Olympic history would not been made if it was not for Jim Craig. In 1980 Jim was the goal tender for the “Miracle on Ice” Team that brought the gold medal to America beating out the Soviet Union and Finland. His accomplishments did not stop there though. Jim then went on to be a professional hockey player and when retiring from the sport moved on to a career in marketing and later became president of Gold Medal Strategies, a promotion and marketing firm and a motivational speaker that inspires people from around the world. As a keynote speaker Jim uses his storytelling skills to motivate those around him. His topics on his Olympic Gold experience and current business success motivates his listeners and provides examples of how successful teambuilding can create more opportunities.
Power of Teamwork
Very few things great are done alone. Epic achievement is almost always the result of successful and enduring collaboration. Jim explains and details the elements of winning teamwork. He provides specific examples from the experience of the U.S. “Miracle on Ice” hockey team, and how it confounded the experts, made history…and made it to the top of the podium.
Fundamentals of Winning
Jim talks about the “stuff” and marrow of winners. Jim drills down and talks about the following: What
winners share in the way of character. How they prepare. Their priorities. How they handle victory. How they handle defeat. Jim discusses what truly drives winners – the greatest winners.
Commitment to Excellence
Jim has studied, and continues to study and research, what inspires the pursuit of excellence in those who
achieve greatness. He describes what is it that separates those content with good enough, and with all right, and with the okay, and those who have an unquenchable thirst and drive to make history and establish the highest standards.
As Jim often tells audiences, “If you don’t know where you are going, any road will get you there.” Jim shares the elements and fundamental components of goal setting, defining missions – and then going
confidently, and smartly, in the direction of your dreams.
One of the nine “Gold Medal Strategies” that Jim teaches is that Great Teams Manage Through Ego and
Conflict. Jim tells the story of early on in their journey to Lake Placid and history, the players on the 1980 U.S. Olympic team were not working cooperatively; the team was beset by regional and personal rivalries. But the players got beyond the conflict. They forged a team and executed teamwork, for the ages.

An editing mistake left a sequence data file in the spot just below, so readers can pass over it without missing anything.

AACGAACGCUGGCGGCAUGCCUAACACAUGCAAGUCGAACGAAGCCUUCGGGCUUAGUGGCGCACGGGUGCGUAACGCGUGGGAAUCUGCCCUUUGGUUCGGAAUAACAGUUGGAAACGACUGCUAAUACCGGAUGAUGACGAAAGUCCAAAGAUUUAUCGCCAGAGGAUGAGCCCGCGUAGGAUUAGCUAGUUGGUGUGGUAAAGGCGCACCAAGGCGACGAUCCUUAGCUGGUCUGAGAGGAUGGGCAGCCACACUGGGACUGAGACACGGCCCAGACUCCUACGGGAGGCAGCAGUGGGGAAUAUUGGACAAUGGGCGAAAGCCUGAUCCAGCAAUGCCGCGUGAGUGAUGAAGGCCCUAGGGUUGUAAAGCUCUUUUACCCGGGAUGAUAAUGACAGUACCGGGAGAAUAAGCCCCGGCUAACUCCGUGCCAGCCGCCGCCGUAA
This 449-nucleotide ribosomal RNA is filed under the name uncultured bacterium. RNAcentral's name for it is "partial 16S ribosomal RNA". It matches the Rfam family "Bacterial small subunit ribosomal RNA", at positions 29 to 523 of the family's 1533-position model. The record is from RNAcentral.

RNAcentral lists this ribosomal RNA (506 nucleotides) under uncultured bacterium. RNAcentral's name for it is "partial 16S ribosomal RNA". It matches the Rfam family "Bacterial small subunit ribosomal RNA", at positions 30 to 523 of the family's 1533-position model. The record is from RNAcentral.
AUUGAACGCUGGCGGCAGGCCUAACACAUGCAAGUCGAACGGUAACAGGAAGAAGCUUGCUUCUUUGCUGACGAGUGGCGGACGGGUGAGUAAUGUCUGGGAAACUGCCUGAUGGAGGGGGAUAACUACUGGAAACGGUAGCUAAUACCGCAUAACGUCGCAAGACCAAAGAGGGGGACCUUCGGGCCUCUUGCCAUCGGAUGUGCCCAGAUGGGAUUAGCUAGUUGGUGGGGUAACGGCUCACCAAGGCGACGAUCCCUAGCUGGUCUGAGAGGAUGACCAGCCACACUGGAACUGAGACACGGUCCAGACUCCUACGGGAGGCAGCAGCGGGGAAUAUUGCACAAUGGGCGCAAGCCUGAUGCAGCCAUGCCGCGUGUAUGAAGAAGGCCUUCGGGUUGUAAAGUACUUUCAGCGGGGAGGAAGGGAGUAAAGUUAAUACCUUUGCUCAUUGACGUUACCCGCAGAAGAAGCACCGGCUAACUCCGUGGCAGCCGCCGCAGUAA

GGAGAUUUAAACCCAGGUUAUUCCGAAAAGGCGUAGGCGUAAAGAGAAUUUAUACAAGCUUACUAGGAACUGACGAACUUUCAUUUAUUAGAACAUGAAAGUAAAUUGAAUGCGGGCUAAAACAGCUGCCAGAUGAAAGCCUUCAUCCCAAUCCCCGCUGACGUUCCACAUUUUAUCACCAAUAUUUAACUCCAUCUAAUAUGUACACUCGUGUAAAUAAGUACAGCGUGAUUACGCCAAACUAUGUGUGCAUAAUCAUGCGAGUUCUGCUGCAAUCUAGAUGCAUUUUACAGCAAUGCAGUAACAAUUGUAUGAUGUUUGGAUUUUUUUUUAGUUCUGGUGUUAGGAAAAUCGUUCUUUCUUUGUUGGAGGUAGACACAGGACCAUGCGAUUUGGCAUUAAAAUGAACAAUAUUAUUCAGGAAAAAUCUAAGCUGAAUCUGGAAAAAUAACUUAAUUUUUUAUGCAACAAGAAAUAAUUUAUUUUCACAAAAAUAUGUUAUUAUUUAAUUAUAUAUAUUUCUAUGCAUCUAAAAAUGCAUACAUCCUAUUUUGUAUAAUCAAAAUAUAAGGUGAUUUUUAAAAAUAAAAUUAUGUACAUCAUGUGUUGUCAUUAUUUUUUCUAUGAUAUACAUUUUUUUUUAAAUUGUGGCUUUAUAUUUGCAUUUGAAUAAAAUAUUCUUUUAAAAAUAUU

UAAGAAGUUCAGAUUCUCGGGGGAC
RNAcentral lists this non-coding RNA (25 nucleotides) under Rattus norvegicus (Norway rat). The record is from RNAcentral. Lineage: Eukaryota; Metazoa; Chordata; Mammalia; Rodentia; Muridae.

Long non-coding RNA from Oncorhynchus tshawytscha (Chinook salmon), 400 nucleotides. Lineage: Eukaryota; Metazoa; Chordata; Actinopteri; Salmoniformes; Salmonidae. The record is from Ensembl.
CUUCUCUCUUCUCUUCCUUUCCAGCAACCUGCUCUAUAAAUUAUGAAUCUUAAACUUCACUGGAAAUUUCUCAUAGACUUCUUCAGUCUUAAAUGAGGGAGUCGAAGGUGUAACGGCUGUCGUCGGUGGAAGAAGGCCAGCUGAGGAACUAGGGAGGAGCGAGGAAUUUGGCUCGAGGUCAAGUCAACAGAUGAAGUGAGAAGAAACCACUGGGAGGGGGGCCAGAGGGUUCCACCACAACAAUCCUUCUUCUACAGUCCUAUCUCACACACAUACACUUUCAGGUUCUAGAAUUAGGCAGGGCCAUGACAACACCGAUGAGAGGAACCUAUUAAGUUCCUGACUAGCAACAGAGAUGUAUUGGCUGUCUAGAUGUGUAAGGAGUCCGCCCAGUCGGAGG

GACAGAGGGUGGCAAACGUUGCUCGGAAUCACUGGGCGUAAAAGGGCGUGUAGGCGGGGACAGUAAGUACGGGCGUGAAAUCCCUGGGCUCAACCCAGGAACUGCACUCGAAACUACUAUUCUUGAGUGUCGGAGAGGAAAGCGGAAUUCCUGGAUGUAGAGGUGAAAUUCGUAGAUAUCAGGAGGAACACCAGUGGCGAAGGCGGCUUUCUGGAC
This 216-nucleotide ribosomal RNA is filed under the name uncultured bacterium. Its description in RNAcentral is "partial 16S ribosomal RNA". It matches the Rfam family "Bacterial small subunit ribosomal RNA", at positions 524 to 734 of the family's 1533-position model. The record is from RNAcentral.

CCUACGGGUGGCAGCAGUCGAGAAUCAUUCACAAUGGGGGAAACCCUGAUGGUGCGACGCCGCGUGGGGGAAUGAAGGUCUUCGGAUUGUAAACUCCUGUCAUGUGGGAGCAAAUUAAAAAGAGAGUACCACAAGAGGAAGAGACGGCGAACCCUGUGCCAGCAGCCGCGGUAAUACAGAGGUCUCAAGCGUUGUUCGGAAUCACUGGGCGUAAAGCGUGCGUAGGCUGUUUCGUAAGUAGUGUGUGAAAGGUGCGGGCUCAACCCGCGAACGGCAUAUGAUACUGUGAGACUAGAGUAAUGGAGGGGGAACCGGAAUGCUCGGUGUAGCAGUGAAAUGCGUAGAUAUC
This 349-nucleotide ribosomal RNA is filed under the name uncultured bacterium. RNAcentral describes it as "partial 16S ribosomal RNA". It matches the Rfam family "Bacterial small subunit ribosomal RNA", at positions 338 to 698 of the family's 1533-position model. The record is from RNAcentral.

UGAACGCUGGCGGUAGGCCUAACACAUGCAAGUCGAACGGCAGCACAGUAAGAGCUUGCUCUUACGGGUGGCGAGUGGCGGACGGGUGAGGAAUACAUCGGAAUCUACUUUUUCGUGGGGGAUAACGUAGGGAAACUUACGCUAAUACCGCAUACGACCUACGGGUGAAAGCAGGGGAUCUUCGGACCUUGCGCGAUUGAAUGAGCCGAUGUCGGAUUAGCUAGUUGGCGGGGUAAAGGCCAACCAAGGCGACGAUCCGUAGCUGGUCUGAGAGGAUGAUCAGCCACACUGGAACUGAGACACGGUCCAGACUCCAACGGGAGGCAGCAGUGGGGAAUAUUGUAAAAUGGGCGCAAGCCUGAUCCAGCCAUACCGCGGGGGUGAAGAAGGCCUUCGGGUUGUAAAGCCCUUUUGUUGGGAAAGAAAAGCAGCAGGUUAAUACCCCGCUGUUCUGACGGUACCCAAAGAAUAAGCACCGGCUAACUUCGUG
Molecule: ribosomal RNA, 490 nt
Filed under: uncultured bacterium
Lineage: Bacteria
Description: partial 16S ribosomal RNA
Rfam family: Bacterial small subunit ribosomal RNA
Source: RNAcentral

Transformational (Change) Management
Had the members of the 1980 U.S. Olympic hockey team, under the guidance and direction of Herb Brooks,
not thrown off the old ways and play of U.S. international hockey; had they not embraced a revolutionary form of the game, they would not have beat the team that couldn’t be beaten and won the game that 10/16/14 couldn’t be won. There would not have been any gold medal, any stop atop the podium. Jim talks about how he and his teammates executed that transformation and change – and how the example of that transformation and change can aid your organization to perform more effectively.
Accountability for Action
Great Teams Hold Themselves and Others Accountable – this is one of the nine “Gold Medal Strategies” that
Jim teaches. Accountability, as Jim explains and breaks down, is an exercise in looking inward and demanding accountability of yourself and then working together as a team to make sure that every person on the team is accountable and, as a team, helping people to be accountable and to better perform their job.
How do you inspire and impart confidence? How do leaders and teams accomplish this critical task? How do you pull greatness out of people? How do you challenge and inspire people to get outside their comfort zone and to reach for what they at one time not thought reachable, and not attainable? Jim shares with you the tactics and strategies of confidence building.
Risk-takers make history. If there is no risk, there is no great achievement. Jim talks about the risk-taking enterprise that was the 1980 U.S. Olympic hockey team. He shares more examples of risk-taking: in sports, business and other areas of human endeavor that enabled greatness and the epic.
Recruiting for Results
How do you find and identify the people who have the “stuff” and potential who will work for your system, culture and mission? What is meant by the importance of not necessarily finding the “best” players, but the “right” ones. Jim discusses and breaks down the elements of successful and winning recruiting.